He was at once picked up and taken to the house but continued to grow worse. Three hours afterward he was moved to the home of his daughter, Mrs. W. J. Abbott, but died soon after being moved. He was 72 years of age and a wife and ten children, four boys and six girls, survive him. The funeral will be held this forenoon at 11 o'clock from the South Union church and interment will be in the Masonic cemetery. [The Morning Olympian of Friday, October 20, 1899 - Submitted by a Friend of Free Genealogy]
CHIEF JUSTICE OF WASHINGTON DIES
Ralph Dunbar Succumbs to a Stroke of Apoplexy This Morning
Olympia, Wash., Sept. 19-Chief Justice Ralph Dunbar of the Washington state supreme court, died here early this morning after a lingering illness of several weeks. The attending physician said that apparently apoplexy was the immediate cause of death, which occurred shortly after midnight.
Chief Justice Dunbar had been a member of the state supreme court since Washington was admitted to the Union and served three terms as chief justice. He was nominated without opposition on the non partisan judiciary ticket at the state-wide primary last week to succeed himself.
Ralph Oregon Dunbar was born in Schuyler County, Illinois, April 26, 1845, and when but 1 year old was taken by his parents across the plains and mountains by ox team to the Willamette valley, Oregon, where his father engaged in farming. He was educated at Willamette University and in 1867 moved to Olympia, where he took up the study of law and was admitted to the bar in 1869. He was appointed clerk of the territorial supreme court in that year and served until 1871, when he moved to Yakima, where he practiced law until 1875, then moving to The Dalles, Or.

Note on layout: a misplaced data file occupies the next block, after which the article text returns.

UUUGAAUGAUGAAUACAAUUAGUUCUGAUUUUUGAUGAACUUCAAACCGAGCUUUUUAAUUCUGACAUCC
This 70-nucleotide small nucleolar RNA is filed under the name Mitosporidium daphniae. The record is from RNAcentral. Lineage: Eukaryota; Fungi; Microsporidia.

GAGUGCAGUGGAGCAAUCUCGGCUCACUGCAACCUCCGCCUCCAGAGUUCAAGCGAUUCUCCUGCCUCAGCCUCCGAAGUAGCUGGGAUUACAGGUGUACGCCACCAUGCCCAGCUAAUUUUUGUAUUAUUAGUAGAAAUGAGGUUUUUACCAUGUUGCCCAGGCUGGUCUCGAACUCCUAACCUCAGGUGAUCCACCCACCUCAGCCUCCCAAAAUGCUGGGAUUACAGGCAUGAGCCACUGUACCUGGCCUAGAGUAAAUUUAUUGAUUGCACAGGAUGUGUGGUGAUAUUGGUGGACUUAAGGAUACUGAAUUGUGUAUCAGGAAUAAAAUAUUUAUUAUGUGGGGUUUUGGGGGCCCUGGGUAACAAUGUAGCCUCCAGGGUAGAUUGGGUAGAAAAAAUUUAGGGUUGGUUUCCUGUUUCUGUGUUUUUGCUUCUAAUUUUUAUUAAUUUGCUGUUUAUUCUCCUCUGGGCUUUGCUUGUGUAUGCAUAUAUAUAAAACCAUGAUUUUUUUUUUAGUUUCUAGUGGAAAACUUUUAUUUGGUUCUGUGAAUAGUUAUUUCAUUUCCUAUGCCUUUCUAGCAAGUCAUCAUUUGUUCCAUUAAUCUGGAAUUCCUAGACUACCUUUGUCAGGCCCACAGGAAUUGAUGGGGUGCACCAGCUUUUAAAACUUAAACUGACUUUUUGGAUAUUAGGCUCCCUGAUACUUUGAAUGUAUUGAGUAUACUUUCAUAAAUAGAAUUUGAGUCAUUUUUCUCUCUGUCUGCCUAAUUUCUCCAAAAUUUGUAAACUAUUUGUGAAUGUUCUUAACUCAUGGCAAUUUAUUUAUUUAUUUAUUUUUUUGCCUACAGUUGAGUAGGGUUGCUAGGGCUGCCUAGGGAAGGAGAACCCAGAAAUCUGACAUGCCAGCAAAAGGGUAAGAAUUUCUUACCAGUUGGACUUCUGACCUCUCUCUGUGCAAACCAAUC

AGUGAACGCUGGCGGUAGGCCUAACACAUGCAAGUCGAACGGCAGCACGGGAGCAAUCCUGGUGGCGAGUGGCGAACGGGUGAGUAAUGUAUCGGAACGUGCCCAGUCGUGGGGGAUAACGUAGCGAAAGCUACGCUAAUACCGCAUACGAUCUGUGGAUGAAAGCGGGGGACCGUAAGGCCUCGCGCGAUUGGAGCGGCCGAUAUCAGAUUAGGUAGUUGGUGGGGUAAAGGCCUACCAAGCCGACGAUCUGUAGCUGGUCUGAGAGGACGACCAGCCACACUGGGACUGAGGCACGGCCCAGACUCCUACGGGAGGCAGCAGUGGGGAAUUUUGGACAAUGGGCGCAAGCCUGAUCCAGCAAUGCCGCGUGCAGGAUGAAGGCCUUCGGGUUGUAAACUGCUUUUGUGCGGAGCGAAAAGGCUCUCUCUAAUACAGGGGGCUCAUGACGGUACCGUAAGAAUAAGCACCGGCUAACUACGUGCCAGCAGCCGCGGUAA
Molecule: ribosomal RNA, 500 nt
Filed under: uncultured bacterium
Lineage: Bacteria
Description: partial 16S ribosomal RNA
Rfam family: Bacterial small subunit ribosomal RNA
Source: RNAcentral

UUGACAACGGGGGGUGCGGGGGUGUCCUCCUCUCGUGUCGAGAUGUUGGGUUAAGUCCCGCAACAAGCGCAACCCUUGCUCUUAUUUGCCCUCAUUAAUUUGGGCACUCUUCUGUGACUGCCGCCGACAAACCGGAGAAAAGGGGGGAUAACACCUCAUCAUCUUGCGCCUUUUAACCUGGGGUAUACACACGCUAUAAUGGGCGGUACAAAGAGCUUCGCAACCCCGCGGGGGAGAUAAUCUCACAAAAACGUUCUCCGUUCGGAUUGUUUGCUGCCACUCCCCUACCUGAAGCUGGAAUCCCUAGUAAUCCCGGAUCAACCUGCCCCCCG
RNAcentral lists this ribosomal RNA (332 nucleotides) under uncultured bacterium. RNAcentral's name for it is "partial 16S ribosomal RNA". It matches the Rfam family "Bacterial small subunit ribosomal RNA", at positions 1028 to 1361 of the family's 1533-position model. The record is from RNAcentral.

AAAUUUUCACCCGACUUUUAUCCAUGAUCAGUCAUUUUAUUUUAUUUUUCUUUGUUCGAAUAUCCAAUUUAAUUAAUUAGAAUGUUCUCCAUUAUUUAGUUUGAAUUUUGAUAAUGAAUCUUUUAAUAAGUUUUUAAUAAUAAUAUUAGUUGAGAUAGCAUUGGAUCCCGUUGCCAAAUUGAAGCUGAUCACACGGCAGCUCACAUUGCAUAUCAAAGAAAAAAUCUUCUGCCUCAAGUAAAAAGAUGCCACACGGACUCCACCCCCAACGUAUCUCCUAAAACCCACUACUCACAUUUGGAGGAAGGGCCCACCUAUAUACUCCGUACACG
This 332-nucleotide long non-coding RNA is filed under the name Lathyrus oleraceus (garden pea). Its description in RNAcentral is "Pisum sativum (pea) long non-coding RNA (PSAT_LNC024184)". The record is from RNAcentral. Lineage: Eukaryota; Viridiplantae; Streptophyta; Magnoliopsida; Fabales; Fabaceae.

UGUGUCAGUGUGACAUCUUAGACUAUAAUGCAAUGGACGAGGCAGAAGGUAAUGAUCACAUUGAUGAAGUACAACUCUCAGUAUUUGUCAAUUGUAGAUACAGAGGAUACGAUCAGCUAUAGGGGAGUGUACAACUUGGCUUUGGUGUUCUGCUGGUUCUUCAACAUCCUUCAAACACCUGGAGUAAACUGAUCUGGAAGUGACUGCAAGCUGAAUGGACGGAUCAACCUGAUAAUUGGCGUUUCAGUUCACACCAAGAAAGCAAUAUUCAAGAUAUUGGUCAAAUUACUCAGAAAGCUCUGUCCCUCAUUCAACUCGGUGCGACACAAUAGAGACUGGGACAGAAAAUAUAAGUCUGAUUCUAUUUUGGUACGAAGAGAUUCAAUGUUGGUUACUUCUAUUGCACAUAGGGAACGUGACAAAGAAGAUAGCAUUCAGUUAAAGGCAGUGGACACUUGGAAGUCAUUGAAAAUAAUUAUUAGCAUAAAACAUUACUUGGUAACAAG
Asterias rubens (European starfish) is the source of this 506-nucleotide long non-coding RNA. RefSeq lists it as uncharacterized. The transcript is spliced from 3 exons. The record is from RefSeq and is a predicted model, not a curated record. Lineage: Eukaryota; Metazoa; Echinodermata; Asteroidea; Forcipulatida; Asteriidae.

In 1877 he returned to --------- and the next year was elected a member of the upper house of the territorial legislature. He was returned as a member of the lower house in 1885 and was elected speaker. He served as chairman of the committee on public lands in the constitutional convention in 1889 and upon admission of the state to the Union mounted the supreme bench. He is survived by a widow and three children.
[Oakland Tribune, Oakland California September 19, 1912 - Sub by Shauna Williams]
Frank William Edgbert
Frank William Edgbert died 04 January 1935
Frank W. Edgbert, 89, Civil War veteran and pioneer of the Sound country, died at his home, Thomas and Conger streets, Friday evening.
Mr. Edgbert came to this state 46 years ago and engaged in business at Arcadia, operating a general store there until 17 years ago, when he retired and came to Olympia to reside. He was born in the state of New York August 10, 1845.
In early life Mr. Edgbert went to Chicago, and at the outbreak of the Civil War enlisted in the 91st Illinois Infantry. He had the distinction of being with the troops that participated in the funeral services for the martyred president, Abraham Lincoln. Following the war, Mr. Edgbert located in Indiana, and came from there to this state.